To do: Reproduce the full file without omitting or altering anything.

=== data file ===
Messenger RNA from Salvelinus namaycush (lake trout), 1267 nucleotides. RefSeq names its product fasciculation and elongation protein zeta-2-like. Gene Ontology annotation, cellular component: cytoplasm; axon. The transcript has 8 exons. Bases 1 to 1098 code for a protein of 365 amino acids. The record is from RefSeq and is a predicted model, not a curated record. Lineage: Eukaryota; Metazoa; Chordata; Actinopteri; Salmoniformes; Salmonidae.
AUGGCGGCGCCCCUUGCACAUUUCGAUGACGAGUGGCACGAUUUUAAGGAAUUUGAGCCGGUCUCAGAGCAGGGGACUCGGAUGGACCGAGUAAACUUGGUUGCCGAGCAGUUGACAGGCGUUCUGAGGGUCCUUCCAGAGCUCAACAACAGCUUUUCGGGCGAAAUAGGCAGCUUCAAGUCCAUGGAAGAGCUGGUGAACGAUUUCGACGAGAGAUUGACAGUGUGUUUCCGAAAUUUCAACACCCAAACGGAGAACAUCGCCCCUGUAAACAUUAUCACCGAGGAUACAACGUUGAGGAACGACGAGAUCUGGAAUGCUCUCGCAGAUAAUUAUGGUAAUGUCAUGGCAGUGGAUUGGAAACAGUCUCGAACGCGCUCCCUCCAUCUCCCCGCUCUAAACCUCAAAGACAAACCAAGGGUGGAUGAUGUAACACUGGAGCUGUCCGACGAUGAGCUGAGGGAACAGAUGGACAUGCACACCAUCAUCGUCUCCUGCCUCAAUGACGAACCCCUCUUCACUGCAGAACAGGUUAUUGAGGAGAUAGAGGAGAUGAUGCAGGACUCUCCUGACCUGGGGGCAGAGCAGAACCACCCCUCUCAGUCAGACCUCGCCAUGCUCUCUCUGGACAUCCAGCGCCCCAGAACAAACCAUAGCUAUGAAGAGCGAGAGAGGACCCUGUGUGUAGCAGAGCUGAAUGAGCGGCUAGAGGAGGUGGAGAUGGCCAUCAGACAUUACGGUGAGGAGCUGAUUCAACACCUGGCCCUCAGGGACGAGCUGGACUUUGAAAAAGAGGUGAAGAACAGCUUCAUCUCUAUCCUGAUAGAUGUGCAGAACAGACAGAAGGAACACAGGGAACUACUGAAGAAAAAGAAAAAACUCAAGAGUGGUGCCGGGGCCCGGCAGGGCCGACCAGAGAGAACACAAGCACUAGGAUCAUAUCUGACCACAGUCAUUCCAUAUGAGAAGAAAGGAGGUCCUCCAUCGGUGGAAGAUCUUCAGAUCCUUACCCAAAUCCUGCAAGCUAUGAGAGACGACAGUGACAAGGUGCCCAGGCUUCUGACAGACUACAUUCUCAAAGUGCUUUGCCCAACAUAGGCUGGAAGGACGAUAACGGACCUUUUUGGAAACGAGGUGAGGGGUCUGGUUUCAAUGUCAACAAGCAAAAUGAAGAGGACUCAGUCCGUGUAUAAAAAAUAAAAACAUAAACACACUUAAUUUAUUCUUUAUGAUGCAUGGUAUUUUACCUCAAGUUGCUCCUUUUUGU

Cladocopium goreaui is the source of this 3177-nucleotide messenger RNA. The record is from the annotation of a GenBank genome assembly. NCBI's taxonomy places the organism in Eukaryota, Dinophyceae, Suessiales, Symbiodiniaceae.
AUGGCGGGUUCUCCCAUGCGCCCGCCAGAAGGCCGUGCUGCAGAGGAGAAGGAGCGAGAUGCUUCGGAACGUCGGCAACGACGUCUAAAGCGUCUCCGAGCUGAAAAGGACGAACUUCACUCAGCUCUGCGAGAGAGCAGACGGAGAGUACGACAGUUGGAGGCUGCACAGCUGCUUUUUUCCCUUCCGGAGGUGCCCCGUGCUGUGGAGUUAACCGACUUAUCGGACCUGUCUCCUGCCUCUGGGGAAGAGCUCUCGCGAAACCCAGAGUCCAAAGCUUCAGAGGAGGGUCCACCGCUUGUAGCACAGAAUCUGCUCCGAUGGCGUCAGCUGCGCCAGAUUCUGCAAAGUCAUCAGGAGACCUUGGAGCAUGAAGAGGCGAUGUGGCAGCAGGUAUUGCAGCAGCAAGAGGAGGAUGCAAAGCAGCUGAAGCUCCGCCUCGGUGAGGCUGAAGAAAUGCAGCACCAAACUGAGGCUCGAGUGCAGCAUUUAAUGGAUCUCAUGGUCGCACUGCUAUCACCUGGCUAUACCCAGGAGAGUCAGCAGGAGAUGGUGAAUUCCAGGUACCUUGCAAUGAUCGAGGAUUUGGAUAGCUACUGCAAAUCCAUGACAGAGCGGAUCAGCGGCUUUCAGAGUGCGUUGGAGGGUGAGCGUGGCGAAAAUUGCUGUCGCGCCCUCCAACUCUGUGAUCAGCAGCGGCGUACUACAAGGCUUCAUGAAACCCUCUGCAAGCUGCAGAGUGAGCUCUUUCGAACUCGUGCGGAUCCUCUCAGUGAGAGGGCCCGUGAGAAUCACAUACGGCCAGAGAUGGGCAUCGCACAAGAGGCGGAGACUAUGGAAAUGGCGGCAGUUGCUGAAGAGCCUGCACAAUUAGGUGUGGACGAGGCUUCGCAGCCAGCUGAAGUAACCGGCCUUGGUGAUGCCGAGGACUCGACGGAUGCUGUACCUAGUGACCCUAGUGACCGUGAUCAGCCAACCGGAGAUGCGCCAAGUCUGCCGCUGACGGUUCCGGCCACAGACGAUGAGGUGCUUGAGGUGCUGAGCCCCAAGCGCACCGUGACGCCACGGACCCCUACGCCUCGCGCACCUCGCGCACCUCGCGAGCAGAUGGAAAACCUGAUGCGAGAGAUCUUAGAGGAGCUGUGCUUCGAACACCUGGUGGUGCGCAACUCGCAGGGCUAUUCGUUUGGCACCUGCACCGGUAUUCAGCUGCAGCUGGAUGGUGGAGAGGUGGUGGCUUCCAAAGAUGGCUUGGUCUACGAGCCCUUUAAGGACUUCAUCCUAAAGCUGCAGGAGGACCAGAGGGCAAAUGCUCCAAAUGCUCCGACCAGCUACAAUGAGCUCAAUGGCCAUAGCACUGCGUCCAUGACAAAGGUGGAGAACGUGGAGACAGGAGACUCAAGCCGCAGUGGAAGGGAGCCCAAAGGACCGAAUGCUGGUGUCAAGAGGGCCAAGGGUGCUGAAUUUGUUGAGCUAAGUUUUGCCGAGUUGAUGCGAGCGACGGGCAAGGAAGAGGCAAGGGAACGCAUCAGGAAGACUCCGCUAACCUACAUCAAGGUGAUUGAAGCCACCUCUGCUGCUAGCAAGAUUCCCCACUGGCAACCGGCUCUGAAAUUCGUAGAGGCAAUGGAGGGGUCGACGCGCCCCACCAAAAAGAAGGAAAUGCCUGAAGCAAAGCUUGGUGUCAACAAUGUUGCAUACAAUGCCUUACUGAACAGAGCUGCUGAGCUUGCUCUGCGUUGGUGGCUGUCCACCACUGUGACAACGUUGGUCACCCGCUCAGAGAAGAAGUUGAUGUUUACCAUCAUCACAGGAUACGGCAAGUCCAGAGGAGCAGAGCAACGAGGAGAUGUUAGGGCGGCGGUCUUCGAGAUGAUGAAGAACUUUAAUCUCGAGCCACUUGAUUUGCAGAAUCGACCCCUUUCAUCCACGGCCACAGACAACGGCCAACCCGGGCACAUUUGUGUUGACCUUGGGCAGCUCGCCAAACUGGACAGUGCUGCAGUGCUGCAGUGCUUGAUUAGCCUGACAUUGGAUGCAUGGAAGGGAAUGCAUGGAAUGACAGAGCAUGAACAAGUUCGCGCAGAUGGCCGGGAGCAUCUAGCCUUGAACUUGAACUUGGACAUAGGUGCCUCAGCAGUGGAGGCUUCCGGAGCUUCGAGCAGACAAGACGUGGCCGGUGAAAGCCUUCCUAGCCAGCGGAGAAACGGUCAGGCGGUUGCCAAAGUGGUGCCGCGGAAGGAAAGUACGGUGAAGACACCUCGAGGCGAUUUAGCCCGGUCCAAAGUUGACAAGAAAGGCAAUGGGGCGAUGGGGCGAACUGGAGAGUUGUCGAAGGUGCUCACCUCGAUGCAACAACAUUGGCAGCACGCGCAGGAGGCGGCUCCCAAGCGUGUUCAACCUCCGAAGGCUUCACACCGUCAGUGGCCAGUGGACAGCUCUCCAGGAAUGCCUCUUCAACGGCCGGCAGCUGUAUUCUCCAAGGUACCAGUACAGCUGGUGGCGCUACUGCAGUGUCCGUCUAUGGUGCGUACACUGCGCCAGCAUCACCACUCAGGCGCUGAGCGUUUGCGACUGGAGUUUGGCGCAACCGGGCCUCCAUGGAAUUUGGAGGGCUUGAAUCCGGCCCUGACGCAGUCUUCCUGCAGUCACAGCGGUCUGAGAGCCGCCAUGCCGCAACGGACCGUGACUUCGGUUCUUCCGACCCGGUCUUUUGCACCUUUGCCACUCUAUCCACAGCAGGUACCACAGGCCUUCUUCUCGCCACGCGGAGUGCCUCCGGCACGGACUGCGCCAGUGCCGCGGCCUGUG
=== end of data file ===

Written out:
Messenger RNA from Salvelinus namaycush (lake trout), 1267 nucleotides. RefSeq names its product fasciculation and elongation protein zeta-2-like. Gene Ontology annotation, cellular component: cytoplasm; axon. The transcript has 8 exons. Bases 1 to 1098 code for a protein of 365 amino acids. The record is from RefSeq and is a predicted model, not a curated record. Lineage: Eukaryota; Metazoa; Chordata; Actinopteri; Salmoniformes; Salmonidae.
AUGGCGGCGCCCCUUGCACAUUUCGAUGACGAGUGGCACGAUUUUAAGGAAUUUGAGCCGGUCUCAGAGCAGGGGACUCGGAUGGACCGAGUAAACUUGGUUGCCGAGCAGUUGACAGGCGUUCUGAGGGUCCUUCCAGAGCUCAACAACAGCUUUUCGGGCGAAAUAGGCAGCUUCAAGUCCAUGGAAGAGCUGGUGAACGAUUUCGACGAGAGAUUGACAGUGUGUUUCCGAAAUUUCAACACCCAAACGGAGAACAUCGCCCCUGUAAACAUUAUCACCGAGGAUACAACGUUGAGGAACGACGAGAUCUGGAAUGCUCUCGCAGAUAAUUAUGGUAAUGUCAUGGCAGUGGAUUGGAAACAGUCUCGAACGCGCUCCCUCCAUCUCCCCGCUCUAAACCUCAAAGACAAACCAAGGGUGGAUGAUGUAACACUGGAGCUGUCCGACGAUGAGCUGAGGGAACAGAUGGACAUGCACACCAUCAUCGUCUCCUGCCUCAAUGACGAACCCCUCUUCACUGCAGAACAGGUUAUUGAGGAGAUAGAGGAGAUGAUGCAGGACUCUCCUGACCUGGGGGCAGAGCAGAACCACCCCUCUCAGUCAGACCUCGCCAUGCUCUCUCUGGACAUCCAGCGCCCCAGAACAAACCAUAGCUAUGAAGAGCGAGAGAGGACCCUGUGUGUAGCAGAGCUGAAUGAGCGGCUAGAGGAGGUGGAGAUGGCCAUCAGACAUUACGGUGAGGAGCUGAUUCAACACCUGGCCCUCAGGGACGAGCUGGACUUUGAAAAAGAGGUGAAGAACAGCUUCAUCUCUAUCCUGAUAGAUGUGCAGAACAGACAGAAGGAACACAGGGAACUACUGAAGAAAAAGAAAAAACUCAAGAGUGGUGCCGGGGCCCGGCAGGGCCGACCAGAGAGAACACAAGCACUAGGAUCAUAUCUGACCACAGUCAUUCCAUAUGAGAAGAAAGGAGGUCCUCCAUCGGUGGAAGAUCUUCAGAUCCUUACCCAAAUCCUGCAAGCUAUGAGAGACGACAGUGACAAGGUGCCCAGGCUUCUGACAGACUACAUUCUCAAAGUGCUUUGCCCAACAUAGGCUGGAAGGACGAUAACGGACCUUUUUGGAAACGAGGUGAGGGGUCUGGUUUCAAUGUCAACAAGCAAAAUGAAGAGGACUCAGUCCGUGUAUAAAAAAUAAAAACAUAAACACACUUAAUUUAUUCUUUAUGAUGCAUGGUAUUUUACCUCAAGUUGCUCCUUUUUGU

Cladocopium goreaui is the source of this 3177-nucleotide messenger RNA. The record is from the annotation of a GenBank genome assembly. NCBI's taxonomy places the organism in Eukaryota, Dinophyceae, Suessiales, Symbiodiniaceae.
AUGGCGGGUUCUCCCAUGCGCCCGCCAGAAGGCCGUGCUGCAGAGGAGAAGGAGCGAGAUGCUUCGGAACGUCGGCAACGACGUCUAAAGCGUCUCCGAGCUGAAAAGGACGAACUUCACUCAGCUCUGCGAGAGAGCAGACGGAGAGUACGACAGUUGGAGGCUGCACAGCUGCUUUUUUCCCUUCCGGAGGUGCCCCGUGCUGUGGAGUUAACCGACUUAUCGGACCUGUCUCCUGCCUCUGGGGAAGAGCUCUCGCGAAACCCAGAGUCCAAAGCUUCAGAGGAGGGUCCACCGCUUGUAGCACAGAAUCUGCUCCGAUGGCGUCAGCUGCGCCAGAUUCUGCAAAGUCAUCAGGAGACCUUGGAGCAUGAAGAGGCGAUGUGGCAGCAGGUAUUGCAGCAGCAAGAGGAGGAUGCAAAGCAGCUGAAGCUCCGCCUCGGUGAGGCUGAAGAAAUGCAGCACCAAACUGAGGCUCGAGUGCAGCAUUUAAUGGAUCUCAUGGUCGCACUGCUAUCACCUGGCUAUACCCAGGAGAGUCAGCAGGAGAUGGUGAAUUCCAGGUACCUUGCAAUGAUCGAGGAUUUGGAUAGCUACUGCAAAUCCAUGACAGAGCGGAUCAGCGGCUUUCAGAGUGCGUUGGAGGGUGAGCGUGGCGAAAAUUGCUGUCGCGCCCUCCAACUCUGUGAUCAGCAGCGGCGUACUACAAGGCUUCAUGAAACCCUCUGCAAGCUGCAGAGUGAGCUCUUUCGAACUCGUGCGGAUCCUCUCAGUGAGAGGGCCCGUGAGAAUCACAUACGGCCAGAGAUGGGCAUCGCACAAGAGGCGGAGACUAUGGAAAUGGCGGCAGUUGCUGAAGAGCCUGCACAAUUAGGUGUGGACGAGGCUUCGCAGCCAGCUGAAGUAACCGGCCUUGGUGAUGCCGAGGACUCGACGGAUGCUGUACCUAGUGACCCUAGUGACCGUGAUCAGCCAACCGGAGAUGCGCCAAGUCUGCCGCUGACGGUUCCGGCCACAGACGAUGAGGUGCUUGAGGUGCUGAGCCCCAAGCGCACCGUGACGCCACGGACCCCUACGCCUCGCGCACCUCGCGCACCUCGCGAGCAGAUGGAAAACCUGAUGCGAGAGAUCUUAGAGGAGCUGUGCUUCGAACACCUGGUGGUGCGCAACUCGCAGGGCUAUUCGUUUGGCACCUGCACCGGUAUUCAGCUGCAGCUGGAUGGUGGAGAGGUGGUGGCUUCCAAAGAUGGCUUGGUCUACGAGCCCUUUAAGGACUUCAUCCUAAAGCUGCAGGAGGACCAGAGGGCAAAUGCUCCAAAUGCUCCGACCAGCUACAAUGAGCUCAAUGGCCAUAGCACUGCGUCCAUGACAAAGGUGGAGAACGUGGAGACAGGAGACUCAAGCCGCAGUGGAAGGGAGCCCAAAGGACCGAAUGCUGGUGUCAAGAGGGCCAAGGGUGCUGAAUUUGUUGAGCUAAGUUUUGCCGAGUUGAUGCGAGCGACGGGCAAGGAAGAGGCAAGGGAACGCAUCAGGAAGACUCCGCUAACCUACAUCAAGGUGAUUGAAGCCACCUCUGCUGCUAGCAAGAUUCCCCACUGGCAACCGGCUCUGAAAUUCGUAGAGGCAAUGGAGGGGUCGACGCGCCCCACCAAAAAGAAGGAAAUGCCUGAAGCAAAGCUUGGUGUCAACAAUGUUGCAUACAAUGCCUUACUGAACAGAGCUGCUGAGCUUGCUCUGCGUUGGUGGCUGUCCACCACUGUGACAACGUUGGUCACCCGCUCAGAGAAGAAGUUGAUGUUUACCAUCAUCACAGGAUACGGCAAGUCCAGAGGAGCAGAGCAACGAGGAGAUGUUAGGGCGGCGGUCUUCGAGAUGAUGAAGAACUUUAAUCUCGAGCCACUUGAUUUGCAGAAUCGACCCCUUUCAUCCACGGCCACAGACAACGGCCAACCCGGGCACAUUUGUGUUGACCUUGGGCAGCUCGCCAAACUGGACAGUGCUGCAGUGCUGCAGUGCUUGAUUAGCCUGACAUUGGAUGCAUGGAAGGGAAUGCAUGGAAUGACAGAGCAUGAACAAGUUCGCGCAGAUGGCCGGGAGCAUCUAGCCUUGAACUUGAACUUGGACAUAGGUGCCUCAGCAGUGGAGGCUUCCGGAGCUUCGAGCAGACAAGACGUGGCCGGUGAAAGCCUUCCUAGCCAGCGGAGAAACGGUCAGGCGGUUGCCAAAGUGGUGCCGCGGAAGGAAAGUACGGUGAAGACACCUCGAGGCGAUUUAGCCCGGUCCAAAGUUGACAAGAAAGGCAAUGGGGCGAUGGGGCGAACUGGAGAGUUGUCGAAGGUGCUCACCUCGAUGCAACAACAUUGGCAGCACGCGCAGGAGGCGGCUCCCAAGCGUGUUCAACCUCCGAAGGCUUCACACCGUCAGUGGCCAGUGGACAGCUCUCCAGGAAUGCCUCUUCAACGGCCGGCAGCUGUAUUCUCCAAGGUACCAGUACAGCUGGUGGCGCUACUGCAGUGUCCGUCUAUGGUGCGUACACUGCGCCAGCAUCACCACUCAGGCGCUGAGCGUUUGCGACUGGAGUUUGGCGCAACCGGGCCUCCAUGGAAUUUGGAGGGCUUGAAUCCGGCCCUGACGCAGUCUUCCUGCAGUCACAGCGGUCUGAGAGCCGCCAUGCCGCAACGGACCGUGACUUCGGUUCUUCCGACCCGGUCUUUUGCACCUUUGCCACUCUAUCCACAGCAGGUACCACAGGCCUUCUUCUCGCCACGCGGAGUGCCUCCGGCACGGACUGCGCCAGUGCCGCGGCCUGUG